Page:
In conclusion, both dosimetric studies and the first clinical results suggest that treating ependymoma with PT can better preserve hearing, neuro-endocrine and neurocognitive functioning, with similar rates of tumor control obtained by photon RT.


RT is usually delivered after limited surgery, at the time of first diagnosis or at progression, or in exclusive RT setting [13]. The combined approach with limited surgery and irradiation reduces the late toxicity of OARs placed in the chiasmatic or pre-chiasmatic region (i.e. optic chiasm, hippocampi, hypothalamus and pituitary gland) in comparison to radical surgery alone [14]. Merchant et al. [15] evaluated 3 dimensional imaging and treatment-planning data including targeted tumor and normal tissues volumes (entire brain, temporal lobes, cochleas, hypothalamus) of 10 craniopharyngioma patients. Dose-volume data were compared based on proton and photon treatment modality using dose-cognitive effects models. Craniopharyngioma target volume coverage was similar for both treatment modalities. The differences between proton and photon dosimetry showed an advantageous sparing of cochleae, hypothalamus, and normal tissue volumes such as supratentorial brain or temporal lobes, which received less of the low and intermediate doses. Those differences when applied to longitudinal models of radiation dose-cognitive effects resulted in higher IQ scores for craniopharyngioma patients. Figure 2 shows an example of dosimetric comparison between PT and IMRT plans for craniopharyngioma case.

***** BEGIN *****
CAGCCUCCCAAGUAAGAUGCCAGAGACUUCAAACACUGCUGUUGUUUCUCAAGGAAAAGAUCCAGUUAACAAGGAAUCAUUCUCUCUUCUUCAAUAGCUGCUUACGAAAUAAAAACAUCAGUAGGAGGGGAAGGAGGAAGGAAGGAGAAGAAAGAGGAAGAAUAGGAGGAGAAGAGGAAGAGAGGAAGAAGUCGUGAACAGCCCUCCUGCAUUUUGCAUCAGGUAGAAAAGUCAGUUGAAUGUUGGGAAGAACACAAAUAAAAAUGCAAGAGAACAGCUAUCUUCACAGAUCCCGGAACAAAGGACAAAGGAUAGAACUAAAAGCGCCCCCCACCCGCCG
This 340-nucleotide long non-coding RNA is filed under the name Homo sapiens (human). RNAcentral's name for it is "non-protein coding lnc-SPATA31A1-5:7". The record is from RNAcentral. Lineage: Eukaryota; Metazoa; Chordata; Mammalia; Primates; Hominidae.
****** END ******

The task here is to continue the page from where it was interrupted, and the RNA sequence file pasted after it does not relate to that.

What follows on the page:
Figure 2
figure 2

Axial and sagittal isodose distributions comparing intensity-modulated proton therapy (IMPT) (A) and intensity-modulated radiotherapy (IMRT) (B). For IMPT plan 3 beam angles were used (1 vertex, 2 symmetric lateral off-axis vertex). For IMRT plan 7 equidistant and coplanar beams were used. PTV (white), right temporal lobe (yellow), left temporal lobe (green), brainstem (pink), left eye (light blue), right eye (light green), chiasma (blue) are outlined. The IMPT plan improved sparing of the temporal lobes, orbital structures and both optic nerves. The integral dose to the brain tissue is decreased with IMPT.